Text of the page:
supporter, checked how he had voted.

"Then he folded it and put it in the small envelope. He handed it over to me
and said: seal it ... These people forced me to do [something] I have never
done in my life."

Yuda explained how the intimidation worked in government establishments. "In
the prison service, we've got Zanu-PF militias that are known as 'the green
bombers'. These are the people who are getting privilege to get jobs - they
get senior ranks to us. In this run-off election they were released to go to
the rural areas, they were released to go in towns. They are the people
causing violence, they are the people killing, they are the people

Unaware that they are being filmed, his colleagues talk frankly. One is
critical of Thabo Mbeki, the South African president: "The person who let us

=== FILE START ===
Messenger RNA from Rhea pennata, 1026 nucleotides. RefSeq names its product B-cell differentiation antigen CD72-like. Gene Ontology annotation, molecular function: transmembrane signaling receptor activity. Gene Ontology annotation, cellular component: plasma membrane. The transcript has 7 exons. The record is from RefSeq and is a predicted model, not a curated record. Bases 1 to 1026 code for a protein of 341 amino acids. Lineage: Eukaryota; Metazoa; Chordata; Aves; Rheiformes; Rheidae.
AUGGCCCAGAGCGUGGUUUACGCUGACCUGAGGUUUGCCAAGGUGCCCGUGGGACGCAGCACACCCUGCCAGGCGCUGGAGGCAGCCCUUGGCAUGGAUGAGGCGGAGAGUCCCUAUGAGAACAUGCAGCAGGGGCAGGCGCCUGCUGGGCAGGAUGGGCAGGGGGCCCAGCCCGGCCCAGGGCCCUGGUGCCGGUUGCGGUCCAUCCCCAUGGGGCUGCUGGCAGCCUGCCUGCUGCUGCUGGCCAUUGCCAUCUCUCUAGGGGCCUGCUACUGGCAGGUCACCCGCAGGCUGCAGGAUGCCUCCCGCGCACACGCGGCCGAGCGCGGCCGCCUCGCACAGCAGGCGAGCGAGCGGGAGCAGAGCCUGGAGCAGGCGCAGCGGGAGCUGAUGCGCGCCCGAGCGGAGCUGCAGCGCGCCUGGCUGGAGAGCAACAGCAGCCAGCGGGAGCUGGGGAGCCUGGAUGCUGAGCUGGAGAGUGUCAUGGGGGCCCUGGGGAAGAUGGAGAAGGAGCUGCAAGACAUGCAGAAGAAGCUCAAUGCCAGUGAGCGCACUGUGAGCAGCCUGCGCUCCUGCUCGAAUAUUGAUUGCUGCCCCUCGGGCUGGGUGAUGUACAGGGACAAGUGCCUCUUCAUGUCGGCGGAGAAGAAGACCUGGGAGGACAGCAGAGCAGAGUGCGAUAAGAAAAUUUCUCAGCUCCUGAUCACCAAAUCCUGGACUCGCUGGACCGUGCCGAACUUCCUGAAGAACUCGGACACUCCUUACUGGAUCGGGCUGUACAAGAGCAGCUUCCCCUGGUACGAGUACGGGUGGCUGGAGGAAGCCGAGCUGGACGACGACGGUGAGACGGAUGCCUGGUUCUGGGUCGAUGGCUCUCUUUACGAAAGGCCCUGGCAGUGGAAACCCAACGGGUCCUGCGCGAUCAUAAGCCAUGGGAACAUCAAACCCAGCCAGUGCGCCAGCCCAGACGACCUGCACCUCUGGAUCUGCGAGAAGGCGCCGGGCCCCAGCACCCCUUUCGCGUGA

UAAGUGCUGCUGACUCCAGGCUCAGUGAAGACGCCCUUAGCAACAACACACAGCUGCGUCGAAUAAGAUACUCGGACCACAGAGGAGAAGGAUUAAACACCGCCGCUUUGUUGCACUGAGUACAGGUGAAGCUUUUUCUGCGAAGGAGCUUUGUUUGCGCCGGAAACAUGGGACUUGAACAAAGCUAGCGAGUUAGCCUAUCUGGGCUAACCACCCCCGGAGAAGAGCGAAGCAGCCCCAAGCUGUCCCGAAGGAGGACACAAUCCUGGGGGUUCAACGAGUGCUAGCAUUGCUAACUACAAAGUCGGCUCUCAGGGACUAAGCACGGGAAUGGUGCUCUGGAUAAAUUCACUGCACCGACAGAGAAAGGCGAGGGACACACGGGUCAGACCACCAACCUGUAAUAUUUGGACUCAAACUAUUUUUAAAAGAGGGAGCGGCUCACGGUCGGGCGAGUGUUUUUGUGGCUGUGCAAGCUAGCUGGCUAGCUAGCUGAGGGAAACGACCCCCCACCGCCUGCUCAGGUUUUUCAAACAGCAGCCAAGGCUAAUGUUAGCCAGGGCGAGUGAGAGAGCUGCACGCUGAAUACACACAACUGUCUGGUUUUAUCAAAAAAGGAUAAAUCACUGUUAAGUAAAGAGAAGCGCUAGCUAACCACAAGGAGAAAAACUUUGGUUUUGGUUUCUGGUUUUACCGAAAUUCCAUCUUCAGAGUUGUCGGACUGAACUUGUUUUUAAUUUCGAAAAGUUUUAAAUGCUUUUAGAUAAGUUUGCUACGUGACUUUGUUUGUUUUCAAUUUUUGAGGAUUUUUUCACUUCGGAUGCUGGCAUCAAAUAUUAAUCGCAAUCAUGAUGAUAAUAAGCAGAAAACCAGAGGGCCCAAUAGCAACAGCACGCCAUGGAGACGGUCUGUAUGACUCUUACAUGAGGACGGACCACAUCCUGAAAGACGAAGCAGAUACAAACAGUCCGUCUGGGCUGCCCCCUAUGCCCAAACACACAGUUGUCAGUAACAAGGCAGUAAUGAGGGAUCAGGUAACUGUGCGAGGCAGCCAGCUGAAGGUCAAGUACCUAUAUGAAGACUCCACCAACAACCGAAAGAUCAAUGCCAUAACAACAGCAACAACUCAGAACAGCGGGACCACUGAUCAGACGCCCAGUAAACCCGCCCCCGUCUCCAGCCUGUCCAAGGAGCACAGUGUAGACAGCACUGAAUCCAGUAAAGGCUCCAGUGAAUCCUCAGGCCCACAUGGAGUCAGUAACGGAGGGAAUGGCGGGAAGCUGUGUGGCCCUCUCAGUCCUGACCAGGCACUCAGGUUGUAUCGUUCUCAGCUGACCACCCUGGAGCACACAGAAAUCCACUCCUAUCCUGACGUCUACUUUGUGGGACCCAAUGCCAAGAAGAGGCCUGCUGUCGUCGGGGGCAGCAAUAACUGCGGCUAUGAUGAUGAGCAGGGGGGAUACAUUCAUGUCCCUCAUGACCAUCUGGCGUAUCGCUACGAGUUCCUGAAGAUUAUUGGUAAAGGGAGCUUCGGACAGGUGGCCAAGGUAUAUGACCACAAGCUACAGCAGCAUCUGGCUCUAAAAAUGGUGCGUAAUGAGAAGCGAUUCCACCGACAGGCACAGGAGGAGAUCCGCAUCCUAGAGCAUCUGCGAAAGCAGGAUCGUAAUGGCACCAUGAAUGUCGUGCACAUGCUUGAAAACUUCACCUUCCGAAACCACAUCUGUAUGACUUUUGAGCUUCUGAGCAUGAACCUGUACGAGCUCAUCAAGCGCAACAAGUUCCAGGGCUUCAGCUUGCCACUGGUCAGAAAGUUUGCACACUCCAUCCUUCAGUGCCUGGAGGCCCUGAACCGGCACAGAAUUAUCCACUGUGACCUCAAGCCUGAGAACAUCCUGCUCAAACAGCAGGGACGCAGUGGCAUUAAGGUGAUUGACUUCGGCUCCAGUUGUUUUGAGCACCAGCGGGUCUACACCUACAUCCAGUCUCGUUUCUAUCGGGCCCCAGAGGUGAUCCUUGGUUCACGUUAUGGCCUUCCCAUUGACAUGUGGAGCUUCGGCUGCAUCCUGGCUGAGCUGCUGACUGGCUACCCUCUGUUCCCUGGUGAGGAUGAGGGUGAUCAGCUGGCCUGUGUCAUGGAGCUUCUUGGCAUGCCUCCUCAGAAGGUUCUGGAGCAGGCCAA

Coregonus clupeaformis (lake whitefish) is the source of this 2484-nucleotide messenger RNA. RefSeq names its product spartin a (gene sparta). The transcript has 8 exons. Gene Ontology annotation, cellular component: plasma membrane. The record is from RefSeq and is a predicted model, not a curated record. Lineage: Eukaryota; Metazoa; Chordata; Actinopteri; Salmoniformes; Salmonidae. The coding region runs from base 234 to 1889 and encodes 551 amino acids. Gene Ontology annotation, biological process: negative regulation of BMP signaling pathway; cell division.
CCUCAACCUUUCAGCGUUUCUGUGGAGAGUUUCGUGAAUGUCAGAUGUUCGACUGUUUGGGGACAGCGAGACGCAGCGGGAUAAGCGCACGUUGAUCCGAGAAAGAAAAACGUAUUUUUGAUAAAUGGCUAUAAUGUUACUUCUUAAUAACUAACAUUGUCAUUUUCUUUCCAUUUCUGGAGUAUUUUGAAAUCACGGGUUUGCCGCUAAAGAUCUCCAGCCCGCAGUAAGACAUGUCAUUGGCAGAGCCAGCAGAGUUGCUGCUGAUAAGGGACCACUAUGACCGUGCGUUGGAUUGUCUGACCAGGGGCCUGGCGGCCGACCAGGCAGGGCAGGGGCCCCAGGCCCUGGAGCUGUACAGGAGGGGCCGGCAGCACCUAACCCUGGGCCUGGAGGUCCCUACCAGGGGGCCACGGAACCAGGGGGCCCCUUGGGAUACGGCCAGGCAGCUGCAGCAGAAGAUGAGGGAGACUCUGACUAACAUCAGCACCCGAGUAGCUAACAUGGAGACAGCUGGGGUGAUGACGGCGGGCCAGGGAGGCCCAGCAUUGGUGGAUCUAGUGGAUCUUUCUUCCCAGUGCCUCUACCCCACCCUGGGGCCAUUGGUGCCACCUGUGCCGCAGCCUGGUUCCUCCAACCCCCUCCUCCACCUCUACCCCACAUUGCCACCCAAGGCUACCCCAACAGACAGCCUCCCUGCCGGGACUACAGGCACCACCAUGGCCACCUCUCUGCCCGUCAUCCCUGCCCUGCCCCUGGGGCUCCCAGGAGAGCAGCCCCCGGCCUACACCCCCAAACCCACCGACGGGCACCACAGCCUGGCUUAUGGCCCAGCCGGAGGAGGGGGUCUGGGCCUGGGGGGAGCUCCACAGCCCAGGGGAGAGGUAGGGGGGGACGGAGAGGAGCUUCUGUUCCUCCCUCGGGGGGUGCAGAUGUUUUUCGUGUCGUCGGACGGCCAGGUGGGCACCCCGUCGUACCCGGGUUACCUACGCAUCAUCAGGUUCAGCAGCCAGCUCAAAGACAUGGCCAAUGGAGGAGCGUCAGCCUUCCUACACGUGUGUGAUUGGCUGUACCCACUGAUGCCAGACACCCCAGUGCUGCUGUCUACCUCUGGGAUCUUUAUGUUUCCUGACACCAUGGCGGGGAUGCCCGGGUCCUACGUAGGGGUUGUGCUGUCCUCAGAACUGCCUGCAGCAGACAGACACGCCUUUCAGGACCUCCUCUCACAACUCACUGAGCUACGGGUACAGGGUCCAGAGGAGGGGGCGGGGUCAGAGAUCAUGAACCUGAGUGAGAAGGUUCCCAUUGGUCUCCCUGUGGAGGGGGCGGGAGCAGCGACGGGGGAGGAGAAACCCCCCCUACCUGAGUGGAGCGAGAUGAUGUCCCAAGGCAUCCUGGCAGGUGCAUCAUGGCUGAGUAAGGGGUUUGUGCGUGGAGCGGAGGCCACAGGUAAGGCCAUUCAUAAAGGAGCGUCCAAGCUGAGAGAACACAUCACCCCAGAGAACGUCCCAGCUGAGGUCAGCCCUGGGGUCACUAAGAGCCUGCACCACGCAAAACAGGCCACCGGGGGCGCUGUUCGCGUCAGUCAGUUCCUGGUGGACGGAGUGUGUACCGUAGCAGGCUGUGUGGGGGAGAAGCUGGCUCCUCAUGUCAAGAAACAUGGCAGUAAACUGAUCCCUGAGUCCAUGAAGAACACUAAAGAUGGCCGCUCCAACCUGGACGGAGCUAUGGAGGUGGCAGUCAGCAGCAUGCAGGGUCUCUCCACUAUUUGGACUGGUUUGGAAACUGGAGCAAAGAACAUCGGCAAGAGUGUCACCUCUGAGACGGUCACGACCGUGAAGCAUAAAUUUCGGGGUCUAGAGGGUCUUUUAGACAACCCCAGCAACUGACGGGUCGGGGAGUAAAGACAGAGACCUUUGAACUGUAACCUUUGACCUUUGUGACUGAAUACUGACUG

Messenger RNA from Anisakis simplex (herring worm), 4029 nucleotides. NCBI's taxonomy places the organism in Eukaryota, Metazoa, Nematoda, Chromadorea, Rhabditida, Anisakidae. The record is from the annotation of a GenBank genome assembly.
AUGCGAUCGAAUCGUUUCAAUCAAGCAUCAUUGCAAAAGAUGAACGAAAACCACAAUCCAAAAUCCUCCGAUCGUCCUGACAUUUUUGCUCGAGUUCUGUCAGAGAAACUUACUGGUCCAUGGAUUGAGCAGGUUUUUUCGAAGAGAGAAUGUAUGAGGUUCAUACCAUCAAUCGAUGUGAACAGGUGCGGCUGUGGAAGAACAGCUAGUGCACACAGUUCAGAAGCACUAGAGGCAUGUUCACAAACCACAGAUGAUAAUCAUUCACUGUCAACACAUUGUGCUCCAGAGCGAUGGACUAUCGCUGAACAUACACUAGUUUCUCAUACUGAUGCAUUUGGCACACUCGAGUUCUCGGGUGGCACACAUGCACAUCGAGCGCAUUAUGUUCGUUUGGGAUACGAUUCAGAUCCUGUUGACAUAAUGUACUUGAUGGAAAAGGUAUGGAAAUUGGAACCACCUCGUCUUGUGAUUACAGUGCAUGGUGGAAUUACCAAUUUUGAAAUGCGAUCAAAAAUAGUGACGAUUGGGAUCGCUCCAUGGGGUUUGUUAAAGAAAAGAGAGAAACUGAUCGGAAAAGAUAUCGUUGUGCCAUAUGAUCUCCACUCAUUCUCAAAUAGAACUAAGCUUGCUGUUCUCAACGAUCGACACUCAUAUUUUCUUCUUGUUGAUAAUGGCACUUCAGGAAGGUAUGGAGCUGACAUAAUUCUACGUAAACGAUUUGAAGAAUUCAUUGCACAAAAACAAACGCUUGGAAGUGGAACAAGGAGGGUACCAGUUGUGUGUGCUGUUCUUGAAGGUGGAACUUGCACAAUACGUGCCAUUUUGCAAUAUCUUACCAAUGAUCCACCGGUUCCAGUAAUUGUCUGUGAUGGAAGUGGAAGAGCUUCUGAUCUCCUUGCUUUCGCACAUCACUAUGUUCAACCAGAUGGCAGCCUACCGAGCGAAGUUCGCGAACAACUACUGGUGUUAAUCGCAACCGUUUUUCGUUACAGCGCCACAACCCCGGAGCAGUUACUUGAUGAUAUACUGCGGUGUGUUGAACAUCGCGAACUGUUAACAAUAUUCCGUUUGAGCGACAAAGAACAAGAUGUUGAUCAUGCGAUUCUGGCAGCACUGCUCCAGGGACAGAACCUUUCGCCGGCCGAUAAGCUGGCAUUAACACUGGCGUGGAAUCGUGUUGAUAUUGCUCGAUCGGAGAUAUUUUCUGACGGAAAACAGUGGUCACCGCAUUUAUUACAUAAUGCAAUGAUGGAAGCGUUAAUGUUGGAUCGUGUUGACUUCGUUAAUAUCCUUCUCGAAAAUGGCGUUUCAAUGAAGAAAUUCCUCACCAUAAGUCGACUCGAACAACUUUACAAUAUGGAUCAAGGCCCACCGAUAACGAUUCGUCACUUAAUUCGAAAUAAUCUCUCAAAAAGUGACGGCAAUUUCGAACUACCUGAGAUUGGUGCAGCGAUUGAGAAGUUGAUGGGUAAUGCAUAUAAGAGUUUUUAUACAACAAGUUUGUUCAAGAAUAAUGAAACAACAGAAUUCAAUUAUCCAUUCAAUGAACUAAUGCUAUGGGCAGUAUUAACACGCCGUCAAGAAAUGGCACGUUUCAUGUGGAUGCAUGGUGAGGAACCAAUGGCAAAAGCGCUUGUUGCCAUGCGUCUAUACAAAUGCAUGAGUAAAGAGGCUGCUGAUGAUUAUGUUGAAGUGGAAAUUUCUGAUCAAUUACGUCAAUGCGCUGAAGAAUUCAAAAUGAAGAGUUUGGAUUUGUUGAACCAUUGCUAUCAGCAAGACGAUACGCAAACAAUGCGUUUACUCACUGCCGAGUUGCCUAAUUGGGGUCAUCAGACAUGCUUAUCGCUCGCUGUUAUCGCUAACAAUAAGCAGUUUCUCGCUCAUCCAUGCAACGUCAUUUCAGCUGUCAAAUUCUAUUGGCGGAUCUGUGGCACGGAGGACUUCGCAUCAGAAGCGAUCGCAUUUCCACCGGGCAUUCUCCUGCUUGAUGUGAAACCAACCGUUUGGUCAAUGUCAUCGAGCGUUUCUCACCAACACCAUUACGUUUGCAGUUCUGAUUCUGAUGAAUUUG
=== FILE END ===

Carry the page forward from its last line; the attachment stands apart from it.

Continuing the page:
down, he did not want to come down hard on Mugabe and report accordingly.
Instead, he went on about meaningless pan-Africanism. I don't know what
interests he is representing."

Another describes the state of the country: "We are starving. We can't even
feed our parents in the rural areas." He notes defiantly that they are
already suspected of having voted MDC. "I know some of our names are there
but I want to see who is going to get it on with me and I will say that's
right - so what?"

Others discuss what is happening in Zimbabwe prior to the run-off election.
"People are being killed, right now there is no work going on in the rural
areas. It's rally after rally," says one. Another remarks: "During the war,
there was no white person going and beating up people in their homes ...
People are dying, the international community knows it, even Condoleezza